Our 24 hour ‘soundbite’ news culture doesn’t always allow for complex issues to be explored in the depth that’s required. This is certainly true of the coverage about the Internal Market Bill which is making its way through Parliament this week. I thought it would be helpful to set out some of the issues so you can make up your own mind.
What is the Northern Ireland Protocol?
You can read the full text of the NI Protocol here if you wish. At first glance, it all seems pretty straightforward:
Article 6 states:
Nothing in this Protocol shall prevent the United Kingdom from ensuring unfettered market access for goods moving from Northern Ireland to other parts of the United Kingdom’s internal market.
In other words, nothing should be allowed to get in the way of normal trade.
Article 6 goes further, referring to the need for the EU and the UK to use their “best endeavours” to facilitate trade between Northern Ireland and other parts of the UK. In law, “best endeavours” is more than just doing your best to agree; it is an obligation for both sides to do all in their power to bring about an agreement.
Article 5 makes it clear that:
No customs duties shall be payable for a good brought into Northern Ireland from another part of the United Kingdom… unless that good is at risk of subsequently being moved into the [European] Union.
So what has gone wrong?
Last year’s negotiation of the Protocol dealt with the theory, but left the detail of what it meant in practice to be worked out by a Joint Committee by the end of this year. The ambiguities in the wording of the Protocol allowed both sides to claim the agreement was acceptable, but we are now coming up against the real and practical differences between the EU and the UK as we seek to reach agreement on the detail.
There are two key problems:
- The Joint Committee has so far failed to agree how to implement the agreement. After eight months of negotiation, the EU is still insisting that all goods from GB to NI should have full customs checks and tariffs applied, not just those destined to enter the Republic of Ireland.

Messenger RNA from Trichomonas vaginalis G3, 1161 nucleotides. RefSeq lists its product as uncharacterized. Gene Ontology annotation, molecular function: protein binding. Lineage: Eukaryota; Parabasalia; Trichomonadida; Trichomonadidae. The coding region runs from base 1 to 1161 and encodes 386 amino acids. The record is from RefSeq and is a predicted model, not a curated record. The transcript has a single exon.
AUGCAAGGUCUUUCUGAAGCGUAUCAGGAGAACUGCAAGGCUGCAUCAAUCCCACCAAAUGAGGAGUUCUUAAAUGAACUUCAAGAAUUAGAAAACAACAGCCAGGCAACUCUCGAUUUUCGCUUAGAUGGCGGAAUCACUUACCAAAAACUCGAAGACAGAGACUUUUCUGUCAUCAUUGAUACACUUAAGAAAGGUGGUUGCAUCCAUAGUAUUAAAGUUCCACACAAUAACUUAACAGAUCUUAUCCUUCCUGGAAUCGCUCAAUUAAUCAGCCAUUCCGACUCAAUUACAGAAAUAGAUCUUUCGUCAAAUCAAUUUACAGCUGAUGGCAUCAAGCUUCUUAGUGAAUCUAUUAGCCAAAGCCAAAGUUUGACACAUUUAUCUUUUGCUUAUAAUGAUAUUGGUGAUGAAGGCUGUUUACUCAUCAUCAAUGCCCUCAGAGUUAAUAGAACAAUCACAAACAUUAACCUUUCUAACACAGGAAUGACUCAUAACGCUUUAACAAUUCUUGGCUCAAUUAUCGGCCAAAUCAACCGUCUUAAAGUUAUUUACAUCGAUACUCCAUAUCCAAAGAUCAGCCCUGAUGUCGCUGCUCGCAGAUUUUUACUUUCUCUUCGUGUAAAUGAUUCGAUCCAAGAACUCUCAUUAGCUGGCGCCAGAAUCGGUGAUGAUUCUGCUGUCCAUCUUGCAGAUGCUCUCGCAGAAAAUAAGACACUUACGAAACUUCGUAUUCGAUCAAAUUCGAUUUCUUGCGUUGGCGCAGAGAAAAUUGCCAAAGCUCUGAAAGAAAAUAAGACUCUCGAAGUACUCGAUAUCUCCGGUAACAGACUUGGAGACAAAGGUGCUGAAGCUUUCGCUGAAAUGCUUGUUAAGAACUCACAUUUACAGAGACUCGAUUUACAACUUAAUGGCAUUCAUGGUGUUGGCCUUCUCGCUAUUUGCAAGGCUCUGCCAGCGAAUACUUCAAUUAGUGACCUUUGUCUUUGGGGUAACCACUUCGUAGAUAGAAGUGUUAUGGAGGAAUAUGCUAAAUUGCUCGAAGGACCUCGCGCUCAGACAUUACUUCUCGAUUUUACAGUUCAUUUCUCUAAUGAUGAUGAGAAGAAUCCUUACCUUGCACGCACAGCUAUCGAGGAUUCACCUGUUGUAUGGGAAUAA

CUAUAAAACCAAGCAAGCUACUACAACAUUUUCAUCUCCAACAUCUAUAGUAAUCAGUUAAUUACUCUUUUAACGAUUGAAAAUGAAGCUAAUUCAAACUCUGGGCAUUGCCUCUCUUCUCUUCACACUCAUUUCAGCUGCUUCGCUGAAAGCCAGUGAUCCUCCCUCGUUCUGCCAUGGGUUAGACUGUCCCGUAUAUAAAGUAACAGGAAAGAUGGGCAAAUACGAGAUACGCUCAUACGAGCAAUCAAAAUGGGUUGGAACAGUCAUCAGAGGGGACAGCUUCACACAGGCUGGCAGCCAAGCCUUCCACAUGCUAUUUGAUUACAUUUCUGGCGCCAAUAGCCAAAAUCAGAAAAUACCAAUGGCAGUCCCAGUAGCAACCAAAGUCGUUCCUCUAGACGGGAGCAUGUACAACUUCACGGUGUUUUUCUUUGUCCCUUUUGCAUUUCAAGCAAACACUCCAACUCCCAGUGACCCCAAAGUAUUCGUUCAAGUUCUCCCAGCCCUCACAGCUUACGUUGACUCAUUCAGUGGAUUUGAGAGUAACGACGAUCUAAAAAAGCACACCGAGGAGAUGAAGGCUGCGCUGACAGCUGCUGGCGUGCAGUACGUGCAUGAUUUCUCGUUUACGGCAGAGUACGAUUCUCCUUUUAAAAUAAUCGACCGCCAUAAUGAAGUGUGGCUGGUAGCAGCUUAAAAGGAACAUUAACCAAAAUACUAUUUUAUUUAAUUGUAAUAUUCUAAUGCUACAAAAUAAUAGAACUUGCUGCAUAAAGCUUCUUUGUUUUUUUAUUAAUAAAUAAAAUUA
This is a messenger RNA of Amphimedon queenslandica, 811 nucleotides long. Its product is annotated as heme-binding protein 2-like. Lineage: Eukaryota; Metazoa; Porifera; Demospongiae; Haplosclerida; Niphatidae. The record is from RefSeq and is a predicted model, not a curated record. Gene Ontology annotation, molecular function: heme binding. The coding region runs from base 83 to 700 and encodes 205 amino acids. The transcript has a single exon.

- M. Barnier has abused the “Irish issue” to act as a lever in the wider EU-UK negotiations, thus placing the delicate balance of the Good Friday Agreement at risk. You can hear him admitting to this strategy in the video here. You can see M. Barnier putting his plan into practice by his current threat of a complete ban on the transport of any agricultural produce from GB to NI on the grounds that the UK has not proven its food safety standards are compliant with those of the EU. This despite us having been part of the EU for 40 years!
What happens next?
It remains the intention of the UK government to continue working through the Joint Committee in the hope an agreed resolution can be obtained. But if no such agreement can be reached, the government has an over-riding duty to ensure the unfettered movement of goods and services between all parts of the UK, and the Internal Market Bill is intended as a final backstop to protect our interests if all else fails.
The government has made it clear it will activate the dispute resolution process contained within the Withdrawal Agreement in parallel with the proposed legislation. But there is no guarantee either of these courses of action will succeed before 1st January 2021. This is why the government has added in the key power to be able to over-write the Withdrawal Agreement on this issue, should all other options fail.
I am delighted that the government has worked with its backbenchers to agree amendments to the Bill, and has agreed to table amendments requiring the House of Commons to vote before a Minister can use the key powers contained within the Bill. Once negotiations between the EU and UK are at an end, we will see clearly whether the EU has kept to its side of the agreement or not. If it has, we will have an agreed compromise. If it has not, it will have broken the terms of the NI Protocol and our course of action – and our international reputation – will be clear.
EU negotiators claim to be working to support peace in Northern Ireland, but risk it by using this issue as leverage in the negotiations. The government would be in breach of its obligation to govern were it not to act in order to prevent harm to the careful balance of powers in the Good Friday Agreement. Few MPs relish the prospect of Parliament legislating to allow a potential breach of international law in the future so I am pleased that the new amendment reserves that power until we can see if the EU has walked away from the NI Protocol itself.
Whilst we hope and work for the best, we must plan for the worst. To do otherwise would be irresponsible.
MP for Broadland